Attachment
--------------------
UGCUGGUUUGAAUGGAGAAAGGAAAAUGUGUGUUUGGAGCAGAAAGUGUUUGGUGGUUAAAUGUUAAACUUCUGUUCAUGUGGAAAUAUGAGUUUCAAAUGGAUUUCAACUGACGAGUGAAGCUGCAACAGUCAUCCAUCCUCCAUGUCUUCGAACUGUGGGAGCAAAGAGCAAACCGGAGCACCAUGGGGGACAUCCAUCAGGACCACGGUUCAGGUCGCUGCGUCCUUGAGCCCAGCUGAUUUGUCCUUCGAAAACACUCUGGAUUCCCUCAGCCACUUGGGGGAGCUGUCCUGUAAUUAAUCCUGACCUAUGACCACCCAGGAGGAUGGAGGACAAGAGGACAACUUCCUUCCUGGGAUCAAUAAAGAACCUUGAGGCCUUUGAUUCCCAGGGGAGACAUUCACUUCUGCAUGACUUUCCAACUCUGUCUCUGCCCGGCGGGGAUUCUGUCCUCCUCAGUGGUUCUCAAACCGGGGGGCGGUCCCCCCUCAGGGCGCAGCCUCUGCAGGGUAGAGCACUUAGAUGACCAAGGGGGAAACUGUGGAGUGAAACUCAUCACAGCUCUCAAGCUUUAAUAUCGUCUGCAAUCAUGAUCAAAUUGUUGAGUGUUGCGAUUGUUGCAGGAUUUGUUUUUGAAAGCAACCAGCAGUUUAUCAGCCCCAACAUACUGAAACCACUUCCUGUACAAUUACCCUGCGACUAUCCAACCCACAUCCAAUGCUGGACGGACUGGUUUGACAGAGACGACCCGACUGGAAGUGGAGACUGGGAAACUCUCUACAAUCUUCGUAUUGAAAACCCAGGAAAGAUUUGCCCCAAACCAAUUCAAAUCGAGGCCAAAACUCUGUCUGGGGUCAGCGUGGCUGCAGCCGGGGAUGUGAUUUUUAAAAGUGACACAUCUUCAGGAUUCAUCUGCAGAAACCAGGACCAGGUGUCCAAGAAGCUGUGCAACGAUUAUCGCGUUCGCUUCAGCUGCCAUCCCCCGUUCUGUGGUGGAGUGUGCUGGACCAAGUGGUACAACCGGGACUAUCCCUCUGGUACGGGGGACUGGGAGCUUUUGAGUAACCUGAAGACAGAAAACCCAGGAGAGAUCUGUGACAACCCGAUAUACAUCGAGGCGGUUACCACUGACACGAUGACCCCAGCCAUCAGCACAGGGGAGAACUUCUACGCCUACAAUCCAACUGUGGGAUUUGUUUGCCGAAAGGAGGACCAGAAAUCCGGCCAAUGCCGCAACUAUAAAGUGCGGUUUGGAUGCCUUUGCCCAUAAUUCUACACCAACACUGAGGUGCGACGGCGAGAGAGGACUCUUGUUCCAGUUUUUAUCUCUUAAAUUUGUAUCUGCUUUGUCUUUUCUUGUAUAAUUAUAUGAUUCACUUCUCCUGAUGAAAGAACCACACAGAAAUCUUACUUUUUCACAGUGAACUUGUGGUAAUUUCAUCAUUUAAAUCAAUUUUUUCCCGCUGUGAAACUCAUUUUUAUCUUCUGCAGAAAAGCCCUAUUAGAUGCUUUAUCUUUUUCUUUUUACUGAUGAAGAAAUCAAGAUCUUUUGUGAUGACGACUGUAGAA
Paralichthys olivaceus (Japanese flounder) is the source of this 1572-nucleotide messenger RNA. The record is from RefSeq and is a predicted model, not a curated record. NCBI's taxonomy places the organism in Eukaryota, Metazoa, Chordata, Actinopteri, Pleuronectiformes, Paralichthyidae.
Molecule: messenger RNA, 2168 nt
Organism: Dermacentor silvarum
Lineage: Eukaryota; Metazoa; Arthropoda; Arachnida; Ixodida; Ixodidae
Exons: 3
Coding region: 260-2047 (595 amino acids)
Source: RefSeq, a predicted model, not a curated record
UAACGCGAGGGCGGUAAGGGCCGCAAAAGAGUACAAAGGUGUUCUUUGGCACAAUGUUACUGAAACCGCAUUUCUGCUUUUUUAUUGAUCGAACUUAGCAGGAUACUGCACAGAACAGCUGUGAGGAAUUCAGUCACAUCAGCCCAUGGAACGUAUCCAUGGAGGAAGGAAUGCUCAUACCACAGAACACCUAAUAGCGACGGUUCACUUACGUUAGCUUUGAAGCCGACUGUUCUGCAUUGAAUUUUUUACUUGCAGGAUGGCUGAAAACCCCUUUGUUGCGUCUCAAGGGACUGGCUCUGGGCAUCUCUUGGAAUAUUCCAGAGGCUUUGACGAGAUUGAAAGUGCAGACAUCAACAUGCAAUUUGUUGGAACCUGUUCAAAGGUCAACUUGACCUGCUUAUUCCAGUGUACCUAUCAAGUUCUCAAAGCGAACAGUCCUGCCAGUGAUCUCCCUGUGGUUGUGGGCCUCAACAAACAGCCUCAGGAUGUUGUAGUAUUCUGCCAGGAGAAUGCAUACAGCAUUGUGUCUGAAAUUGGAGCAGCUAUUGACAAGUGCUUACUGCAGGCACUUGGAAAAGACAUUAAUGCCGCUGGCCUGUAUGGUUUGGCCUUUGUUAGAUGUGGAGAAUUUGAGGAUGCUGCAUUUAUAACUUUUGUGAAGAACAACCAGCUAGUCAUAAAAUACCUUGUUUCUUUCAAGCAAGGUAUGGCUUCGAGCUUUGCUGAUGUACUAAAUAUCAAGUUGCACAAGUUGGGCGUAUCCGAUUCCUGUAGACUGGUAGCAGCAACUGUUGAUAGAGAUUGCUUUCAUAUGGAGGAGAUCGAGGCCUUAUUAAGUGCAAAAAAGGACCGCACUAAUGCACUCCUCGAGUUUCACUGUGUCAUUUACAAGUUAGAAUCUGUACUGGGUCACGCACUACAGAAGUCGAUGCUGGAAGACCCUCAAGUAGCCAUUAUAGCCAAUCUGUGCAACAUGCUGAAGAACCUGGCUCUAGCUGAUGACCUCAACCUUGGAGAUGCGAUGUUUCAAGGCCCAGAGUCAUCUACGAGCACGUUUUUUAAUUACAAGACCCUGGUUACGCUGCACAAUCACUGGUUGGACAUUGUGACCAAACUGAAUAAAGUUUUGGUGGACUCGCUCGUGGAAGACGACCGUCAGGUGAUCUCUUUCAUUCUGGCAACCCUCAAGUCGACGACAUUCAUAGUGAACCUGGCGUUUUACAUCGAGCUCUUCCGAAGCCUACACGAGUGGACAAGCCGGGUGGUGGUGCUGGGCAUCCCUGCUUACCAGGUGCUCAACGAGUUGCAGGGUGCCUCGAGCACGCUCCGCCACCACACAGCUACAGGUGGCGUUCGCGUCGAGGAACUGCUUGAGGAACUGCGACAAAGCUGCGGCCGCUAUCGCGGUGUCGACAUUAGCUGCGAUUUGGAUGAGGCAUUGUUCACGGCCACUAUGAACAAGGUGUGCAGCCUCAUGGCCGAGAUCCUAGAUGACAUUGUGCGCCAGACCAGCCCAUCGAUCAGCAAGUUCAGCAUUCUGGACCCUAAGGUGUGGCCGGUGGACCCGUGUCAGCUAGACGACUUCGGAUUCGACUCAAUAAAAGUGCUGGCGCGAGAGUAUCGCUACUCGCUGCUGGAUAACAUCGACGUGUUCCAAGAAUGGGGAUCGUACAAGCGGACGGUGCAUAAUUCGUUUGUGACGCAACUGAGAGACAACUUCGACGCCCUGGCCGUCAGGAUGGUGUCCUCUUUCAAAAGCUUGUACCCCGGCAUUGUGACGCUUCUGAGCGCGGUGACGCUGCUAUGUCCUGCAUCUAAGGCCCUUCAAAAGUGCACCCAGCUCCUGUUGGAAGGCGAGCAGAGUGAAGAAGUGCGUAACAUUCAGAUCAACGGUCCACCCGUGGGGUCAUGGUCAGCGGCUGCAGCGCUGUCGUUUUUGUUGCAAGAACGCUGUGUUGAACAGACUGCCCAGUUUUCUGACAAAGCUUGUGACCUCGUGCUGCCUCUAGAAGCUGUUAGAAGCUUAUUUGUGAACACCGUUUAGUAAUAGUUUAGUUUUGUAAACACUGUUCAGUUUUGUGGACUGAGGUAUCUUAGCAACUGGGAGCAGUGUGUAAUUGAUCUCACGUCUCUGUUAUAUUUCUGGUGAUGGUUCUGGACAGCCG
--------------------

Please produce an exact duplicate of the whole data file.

UGCUGGUUUGAAUGGAGAAAGGAAAAUGUGUGUUUGGAGCAGAAAGUGUUUGGUGGUUAAAUGUUAAACUUCUGUUCAUGUGGAAAUAUGAGUUUCAAAUGGAUUUCAACUGACGAGUGAAGCUGCAACAGUCAUCCAUCCUCCAUGUCUUCGAACUGUGGGAGCAAAGAGCAAACCGGAGCACCAUGGGGGACAUCCAUCAGGACCACGGUUCAGGUCGCUGCGUCCUUGAGCCCAGCUGAUUUGUCCUUCGAAAACACUCUGGAUUCCCUCAGCCACUUGGGGGAGCUGUCCUGUAAUUAAUCCUGACCUAUGACCACCCAGGAGGAUGGAGGACAAGAGGACAACUUCCUUCCUGGGAUCAAUAAAGAACCUUGAGGCCUUUGAUUCCCAGGGGAGACAUUCACUUCUGCAUGACUUUCCAACUCUGUCUCUGCCCGGCGGGGAUUCUGUCCUCCUCAGUGGUUCUCAAACCGGGGGGCGGUCCCCCCUCAGGGCGCAGCCUCUGCAGGGUAGAGCACUUAGAUGACCAAGGGGGAAACUGUGGAGUGAAACUCAUCACAGCUCUCAAGCUUUAAUAUCGUCUGCAAUCAUGAUCAAAUUGUUGAGUGUUGCGAUUGUUGCAGGAUUUGUUUUUGAAAGCAACCAGCAGUUUAUCAGCCCCAACAUACUGAAACCACUUCCUGUACAAUUACCCUGCGACUAUCCAACCCACAUCCAAUGCUGGACGGACUGGUUUGACAGAGACGACCCGACUGGAAGUGGAGACUGGGAAACUCUCUACAAUCUUCGUAUUGAAAACCCAGGAAAGAUUUGCCCCAAACCAAUUCAAAUCGAGGCCAAAACUCUGUCUGGGGUCAGCGUGGCUGCAGCCGGGGAUGUGAUUUUUAAAAGUGACACAUCUUCAGGAUUCAUCUGCAGAAACCAGGACCAGGUGUCCAAGAAGCUGUGCAACGAUUAUCGCGUUCGCUUCAGCUGCCAUCCCCCGUUCUGUGGUGGAGUGUGCUGGACCAAGUGGUACAACCGGGACUAUCCCUCUGGUACGGGGGACUGGGAGCUUUUGAGUAACCUGAAGACAGAAAACCCAGGAGAGAUCUGUGACAACCCGAUAUACAUCGAGGCGGUUACCACUGACACGAUGACCCCAGCCAUCAGCACAGGGGAGAACUUCUACGCCUACAAUCCAACUGUGGGAUUUGUUUGCCGAAAGGAGGACCAGAAAUCCGGCCAAUGCCGCAACUAUAAAGUGCGGUUUGGAUGCCUUUGCCCAUAAUUCUACACCAACACUGAGGUGCGACGGCGAGAGAGGACUCUUGUUCCAGUUUUUAUCUCUUAAAUUUGUAUCUGCUUUGUCUUUUCUUGUAUAAUUAUAUGAUUCACUUCUCCUGAUGAAAGAACCACACAGAAAUCUUACUUUUUCACAGUGAACUUGUGGUAAUUUCAUCAUUUAAAUCAAUUUUUUCCCGCUGUGAAACUCAUUUUUAUCUUCUGCAGAAAAGCCCUAUUAGAUGCUUUAUCUUUUUCUUUUUACUGAUGAAGAAAUCAAGAUCUUUUGUGAUGACGACUGUAGAA
Paralichthys olivaceus (Japanese flounder) is the source of this 1572-nucleotide messenger RNA. The record is from RefSeq and is a predicted model, not a curated record. NCBI's taxonomy places the organism in Eukaryota, Metazoa, Chordata, Actinopteri, Pleuronectiformes, Paralichthyidae.
Molecule: messenger RNA, 2168 nt
Organism: Dermacentor silvarum
Lineage: Eukaryota; Metazoa; Arthropoda; Arachnida; Ixodida; Ixodidae
Exons: 3
Coding region: 260-2047 (595 amino acids)
Source: RefSeq, a predicted model, not a curated record
UAACGCGAGGGCGGUAAGGGCCGCAAAAGAGUACAAAGGUGUUCUUUGGCACAAUGUUACUGAAACCGCAUUUCUGCUUUUUUAUUGAUCGAACUUAGCAGGAUACUGCACAGAACAGCUGUGAGGAAUUCAGUCACAUCAGCCCAUGGAACGUAUCCAUGGAGGAAGGAAUGCUCAUACCACAGAACACCUAAUAGCGACGGUUCACUUACGUUAGCUUUGAAGCCGACUGUUCUGCAUUGAAUUUUUUACUUGCAGGAUGGCUGAAAACCCCUUUGUUGCGUCUCAAGGGACUGGCUCUGGGCAUCUCUUGGAAUAUUCCAGAGGCUUUGACGAGAUUGAAAGUGCAGACAUCAACAUGCAAUUUGUUGGAACCUGUUCAAAGGUCAACUUGACCUGCUUAUUCCAGUGUACCUAUCAAGUUCUCAAAGCGAACAGUCCUGCCAGUGAUCUCCCUGUGGUUGUGGGCCUCAACAAACAGCCUCAGGAUGUUGUAGUAUUCUGCCAGGAGAAUGCAUACAGCAUUGUGUCUGAAAUUGGAGCAGCUAUUGACAAGUGCUUACUGCAGGCACUUGGAAAAGACAUUAAUGCCGCUGGCCUGUAUGGUUUGGCCUUUGUUAGAUGUGGAGAAUUUGAGGAUGCUGCAUUUAUAACUUUUGUGAAGAACAACCAGCUAGUCAUAAAAUACCUUGUUUCUUUCAAGCAAGGUAUGGCUUCGAGCUUUGCUGAUGUACUAAAUAUCAAGUUGCACAAGUUGGGCGUAUCCGAUUCCUGUAGACUGGUAGCAGCAACUGUUGAUAGAGAUUGCUUUCAUAUGGAGGAGAUCGAGGCCUUAUUAAGUGCAAAAAAGGACCGCACUAAUGCACUCCUCGAGUUUCACUGUGUCAUUUACAAGUUAGAAUCUGUACUGGGUCACGCACUACAGAAGUCGAUGCUGGAAGACCCUCAAGUAGCCAUUAUAGCCAAUCUGUGCAACAUGCUGAAGAACCUGGCUCUAGCUGAUGACCUCAACCUUGGAGAUGCGAUGUUUCAAGGCCCAGAGUCAUCUACGAGCACGUUUUUUAAUUACAAGACCCUGGUUACGCUGCACAAUCACUGGUUGGACAUUGUGACCAAACUGAAUAAAGUUUUGGUGGACUCGCUCGUGGAAGACGACCGUCAGGUGAUCUCUUUCAUUCUGGCAACCCUCAAGUCGACGACAUUCAUAGUGAACCUGGCGUUUUACAUCGAGCUCUUCCGAAGCCUACACGAGUGGACAAGCCGGGUGGUGGUGCUGGGCAUCCCUGCUUACCAGGUGCUCAACGAGUUGCAGGGUGCCUCGAGCACGCUCCGCCACCACACAGCUACAGGUGGCGUUCGCGUCGAGGAACUGCUUGAGGAACUGCGACAAAGCUGCGGCCGCUAUCGCGGUGUCGACAUUAGCUGCGAUUUGGAUGAGGCAUUGUUCACGGCCACUAUGAACAAGGUGUGCAGCCUCAUGGCCGAGAUCCUAGAUGACAUUGUGCGCCAGACCAGCCCAUCGAUCAGCAAGUUCAGCAUUCUGGACCCUAAGGUGUGGCCGGUGGACCCGUGUCAGCUAGACGACUUCGGAUUCGACUCAAUAAAAGUGCUGGCGCGAGAGUAUCGCUACUCGCUGCUGGAUAACAUCGACGUGUUCCAAGAAUGGGGAUCGUACAAGCGGACGGUGCAUAAUUCGUUUGUGACGCAACUGAGAGACAACUUCGACGCCCUGGCCGUCAGGAUGGUGUCCUCUUUCAAAAGCUUGUACCCCGGCAUUGUGACGCUUCUGAGCGCGGUGACGCUGCUAUGUCCUGCAUCUAAGGCCCUUCAAAAGUGCACCCAGCUCCUGUUGGAAGGCGAGCAGAGUGAAGAAGUGCGUAACAUUCAGAUCAACGGUCCACCCGUGGGGUCAUGGUCAGCGGCUGCAGCGCUGUCGUUUUUGUUGCAAGAACGCUGUGUUGAACAGACUGCCCAGUUUUCUGACAAAGCUUGUGACCUCGUGCUGCCUCUAGAAGCUGUUAGAAGCUUAUUUGUGAACACCGUUUAGUAAUAGUUUAGUUUUGUAAACACUGUUCAGUUUUGUGGACUGAGGUAUCUUAGCAACUGGGAGCAGUGUGUAAUUGAUCUCACGUCUCUGUUAUAUUUCUGGUGAUGGUUCUGGACAGCCG